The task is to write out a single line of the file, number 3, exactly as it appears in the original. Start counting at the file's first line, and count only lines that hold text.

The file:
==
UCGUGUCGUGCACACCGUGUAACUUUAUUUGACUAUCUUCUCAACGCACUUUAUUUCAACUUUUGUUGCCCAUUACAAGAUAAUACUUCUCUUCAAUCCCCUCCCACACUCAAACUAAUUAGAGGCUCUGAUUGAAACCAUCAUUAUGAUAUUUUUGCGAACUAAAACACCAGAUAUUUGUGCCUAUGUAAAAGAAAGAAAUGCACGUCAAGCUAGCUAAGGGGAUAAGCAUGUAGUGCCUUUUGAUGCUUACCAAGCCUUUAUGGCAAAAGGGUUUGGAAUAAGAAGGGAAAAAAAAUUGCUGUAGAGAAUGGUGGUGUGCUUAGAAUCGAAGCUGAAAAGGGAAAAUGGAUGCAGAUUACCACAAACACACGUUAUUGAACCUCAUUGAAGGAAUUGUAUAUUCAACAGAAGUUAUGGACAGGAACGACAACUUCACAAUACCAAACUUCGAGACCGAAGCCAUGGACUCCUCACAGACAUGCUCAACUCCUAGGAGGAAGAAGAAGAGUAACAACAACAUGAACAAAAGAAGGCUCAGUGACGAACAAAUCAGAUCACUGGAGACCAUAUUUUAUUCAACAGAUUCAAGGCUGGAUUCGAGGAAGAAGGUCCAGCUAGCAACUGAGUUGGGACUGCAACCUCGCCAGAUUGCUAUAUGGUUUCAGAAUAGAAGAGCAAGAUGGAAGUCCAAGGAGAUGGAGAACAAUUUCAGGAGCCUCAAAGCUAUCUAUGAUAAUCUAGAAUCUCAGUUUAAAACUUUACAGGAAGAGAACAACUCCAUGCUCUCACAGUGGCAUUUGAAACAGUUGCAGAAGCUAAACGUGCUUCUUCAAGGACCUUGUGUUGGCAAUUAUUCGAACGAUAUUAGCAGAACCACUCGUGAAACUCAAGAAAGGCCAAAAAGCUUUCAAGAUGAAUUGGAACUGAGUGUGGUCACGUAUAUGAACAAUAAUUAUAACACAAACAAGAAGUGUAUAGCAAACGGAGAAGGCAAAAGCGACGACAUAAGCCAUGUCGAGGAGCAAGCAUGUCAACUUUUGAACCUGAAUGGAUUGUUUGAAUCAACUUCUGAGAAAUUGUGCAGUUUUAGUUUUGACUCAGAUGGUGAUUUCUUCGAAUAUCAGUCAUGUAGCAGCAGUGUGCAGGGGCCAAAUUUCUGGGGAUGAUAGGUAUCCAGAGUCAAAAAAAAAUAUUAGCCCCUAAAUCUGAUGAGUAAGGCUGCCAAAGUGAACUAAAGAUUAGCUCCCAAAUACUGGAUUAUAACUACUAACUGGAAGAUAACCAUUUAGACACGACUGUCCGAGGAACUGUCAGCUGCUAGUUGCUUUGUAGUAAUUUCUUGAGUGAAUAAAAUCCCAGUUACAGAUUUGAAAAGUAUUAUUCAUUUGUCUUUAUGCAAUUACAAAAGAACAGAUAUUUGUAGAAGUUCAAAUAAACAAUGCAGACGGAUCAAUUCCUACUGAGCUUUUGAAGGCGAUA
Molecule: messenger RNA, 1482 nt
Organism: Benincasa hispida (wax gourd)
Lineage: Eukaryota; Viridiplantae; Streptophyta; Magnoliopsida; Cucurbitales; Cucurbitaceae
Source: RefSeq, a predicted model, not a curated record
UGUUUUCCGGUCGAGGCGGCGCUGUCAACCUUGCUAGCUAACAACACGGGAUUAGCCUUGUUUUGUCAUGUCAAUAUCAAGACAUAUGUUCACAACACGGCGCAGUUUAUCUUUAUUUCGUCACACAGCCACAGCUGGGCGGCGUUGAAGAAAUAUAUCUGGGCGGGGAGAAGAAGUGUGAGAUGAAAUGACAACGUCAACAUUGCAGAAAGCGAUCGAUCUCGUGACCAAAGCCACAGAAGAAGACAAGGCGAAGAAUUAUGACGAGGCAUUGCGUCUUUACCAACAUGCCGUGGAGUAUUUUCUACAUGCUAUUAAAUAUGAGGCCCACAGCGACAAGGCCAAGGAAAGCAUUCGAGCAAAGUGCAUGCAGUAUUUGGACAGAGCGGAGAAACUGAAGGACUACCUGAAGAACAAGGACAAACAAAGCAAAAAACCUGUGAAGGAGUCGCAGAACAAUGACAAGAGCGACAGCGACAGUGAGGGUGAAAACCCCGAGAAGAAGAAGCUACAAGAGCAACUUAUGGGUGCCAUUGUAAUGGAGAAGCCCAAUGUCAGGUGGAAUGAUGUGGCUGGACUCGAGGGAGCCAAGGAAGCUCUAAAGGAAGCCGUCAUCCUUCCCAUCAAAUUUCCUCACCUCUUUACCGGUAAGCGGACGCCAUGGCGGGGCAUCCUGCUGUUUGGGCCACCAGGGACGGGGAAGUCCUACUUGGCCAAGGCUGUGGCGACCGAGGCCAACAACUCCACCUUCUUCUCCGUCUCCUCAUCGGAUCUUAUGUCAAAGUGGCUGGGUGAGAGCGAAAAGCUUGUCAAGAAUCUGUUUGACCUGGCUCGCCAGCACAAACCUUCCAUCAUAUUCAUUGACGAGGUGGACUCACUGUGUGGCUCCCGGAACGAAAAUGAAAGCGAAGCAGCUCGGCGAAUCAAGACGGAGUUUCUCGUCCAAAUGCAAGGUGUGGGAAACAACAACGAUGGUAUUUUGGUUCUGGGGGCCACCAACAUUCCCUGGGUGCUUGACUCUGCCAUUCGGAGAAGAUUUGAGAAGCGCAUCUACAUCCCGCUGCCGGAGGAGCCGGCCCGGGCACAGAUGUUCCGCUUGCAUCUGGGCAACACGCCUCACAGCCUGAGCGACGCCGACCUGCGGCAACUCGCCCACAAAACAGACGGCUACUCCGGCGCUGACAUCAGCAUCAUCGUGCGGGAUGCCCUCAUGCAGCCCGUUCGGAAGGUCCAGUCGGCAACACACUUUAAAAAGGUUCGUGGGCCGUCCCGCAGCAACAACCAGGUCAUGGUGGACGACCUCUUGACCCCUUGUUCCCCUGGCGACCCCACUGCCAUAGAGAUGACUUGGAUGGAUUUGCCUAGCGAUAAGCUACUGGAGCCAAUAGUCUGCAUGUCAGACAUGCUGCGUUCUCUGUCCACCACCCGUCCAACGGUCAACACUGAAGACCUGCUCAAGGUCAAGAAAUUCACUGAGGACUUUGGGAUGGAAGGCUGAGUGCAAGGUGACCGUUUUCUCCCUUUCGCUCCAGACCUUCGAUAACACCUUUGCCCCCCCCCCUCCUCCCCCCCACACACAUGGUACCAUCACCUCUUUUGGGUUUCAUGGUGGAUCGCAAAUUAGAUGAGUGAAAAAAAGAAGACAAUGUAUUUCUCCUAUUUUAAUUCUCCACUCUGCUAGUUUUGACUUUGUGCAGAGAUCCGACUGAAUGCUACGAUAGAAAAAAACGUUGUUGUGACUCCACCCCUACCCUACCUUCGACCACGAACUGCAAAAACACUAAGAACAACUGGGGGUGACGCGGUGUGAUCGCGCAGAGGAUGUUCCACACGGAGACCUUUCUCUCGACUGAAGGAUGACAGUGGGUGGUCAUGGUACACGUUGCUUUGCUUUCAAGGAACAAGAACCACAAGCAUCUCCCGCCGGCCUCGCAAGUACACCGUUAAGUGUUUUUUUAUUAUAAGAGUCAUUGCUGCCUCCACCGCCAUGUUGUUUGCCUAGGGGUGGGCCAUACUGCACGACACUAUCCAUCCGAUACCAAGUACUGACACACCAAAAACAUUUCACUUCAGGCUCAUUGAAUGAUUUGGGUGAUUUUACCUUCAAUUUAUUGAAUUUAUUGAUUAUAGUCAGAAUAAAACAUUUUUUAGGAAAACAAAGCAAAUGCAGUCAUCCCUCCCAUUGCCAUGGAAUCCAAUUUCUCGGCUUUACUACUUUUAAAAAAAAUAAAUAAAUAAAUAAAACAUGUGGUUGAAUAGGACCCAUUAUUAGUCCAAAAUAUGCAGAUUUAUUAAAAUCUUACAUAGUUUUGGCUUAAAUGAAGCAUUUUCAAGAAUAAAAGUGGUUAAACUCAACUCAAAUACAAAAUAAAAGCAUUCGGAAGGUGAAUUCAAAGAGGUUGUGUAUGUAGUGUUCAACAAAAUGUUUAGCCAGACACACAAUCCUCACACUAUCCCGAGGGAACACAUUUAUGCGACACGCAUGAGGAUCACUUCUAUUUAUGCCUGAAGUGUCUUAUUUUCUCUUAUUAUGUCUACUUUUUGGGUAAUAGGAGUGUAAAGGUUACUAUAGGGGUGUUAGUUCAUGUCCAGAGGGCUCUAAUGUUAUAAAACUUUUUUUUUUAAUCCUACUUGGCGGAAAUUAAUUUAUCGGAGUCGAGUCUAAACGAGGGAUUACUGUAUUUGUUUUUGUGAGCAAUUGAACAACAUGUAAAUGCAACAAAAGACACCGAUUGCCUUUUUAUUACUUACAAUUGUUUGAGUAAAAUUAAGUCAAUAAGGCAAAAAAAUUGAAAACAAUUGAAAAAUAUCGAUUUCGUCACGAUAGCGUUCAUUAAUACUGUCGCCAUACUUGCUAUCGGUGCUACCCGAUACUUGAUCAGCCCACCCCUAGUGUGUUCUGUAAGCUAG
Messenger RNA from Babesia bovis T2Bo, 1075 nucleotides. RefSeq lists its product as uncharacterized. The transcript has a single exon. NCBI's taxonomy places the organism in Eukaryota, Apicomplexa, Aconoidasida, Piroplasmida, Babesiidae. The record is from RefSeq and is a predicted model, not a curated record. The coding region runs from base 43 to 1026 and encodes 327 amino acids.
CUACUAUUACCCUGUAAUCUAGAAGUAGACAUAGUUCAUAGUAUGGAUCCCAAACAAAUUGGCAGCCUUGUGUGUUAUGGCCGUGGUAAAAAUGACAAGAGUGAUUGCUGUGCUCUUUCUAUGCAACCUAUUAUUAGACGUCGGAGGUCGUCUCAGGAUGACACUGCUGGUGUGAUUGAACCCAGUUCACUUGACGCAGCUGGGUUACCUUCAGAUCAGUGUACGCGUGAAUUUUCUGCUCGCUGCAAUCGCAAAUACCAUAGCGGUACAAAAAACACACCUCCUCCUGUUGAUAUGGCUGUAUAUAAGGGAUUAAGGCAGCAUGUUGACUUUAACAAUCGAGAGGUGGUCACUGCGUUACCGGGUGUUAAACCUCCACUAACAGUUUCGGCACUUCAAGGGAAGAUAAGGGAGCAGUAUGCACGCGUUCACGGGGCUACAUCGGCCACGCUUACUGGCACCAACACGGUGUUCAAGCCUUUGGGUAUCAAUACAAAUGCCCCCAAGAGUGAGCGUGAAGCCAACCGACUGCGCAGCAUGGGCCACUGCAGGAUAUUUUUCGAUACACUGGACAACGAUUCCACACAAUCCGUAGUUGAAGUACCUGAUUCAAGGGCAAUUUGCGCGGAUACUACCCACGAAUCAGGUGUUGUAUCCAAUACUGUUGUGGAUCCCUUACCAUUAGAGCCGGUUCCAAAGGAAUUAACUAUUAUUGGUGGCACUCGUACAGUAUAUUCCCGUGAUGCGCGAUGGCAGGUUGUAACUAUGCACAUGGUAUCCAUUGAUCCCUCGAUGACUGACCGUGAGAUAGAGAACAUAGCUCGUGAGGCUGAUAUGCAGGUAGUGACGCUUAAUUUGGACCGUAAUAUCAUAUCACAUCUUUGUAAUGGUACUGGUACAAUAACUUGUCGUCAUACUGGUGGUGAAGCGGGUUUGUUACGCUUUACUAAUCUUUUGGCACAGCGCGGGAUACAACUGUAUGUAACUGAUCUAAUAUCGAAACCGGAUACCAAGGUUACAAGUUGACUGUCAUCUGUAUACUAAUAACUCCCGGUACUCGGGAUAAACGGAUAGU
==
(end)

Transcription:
Organism: Benincasa hispida (wax gourd)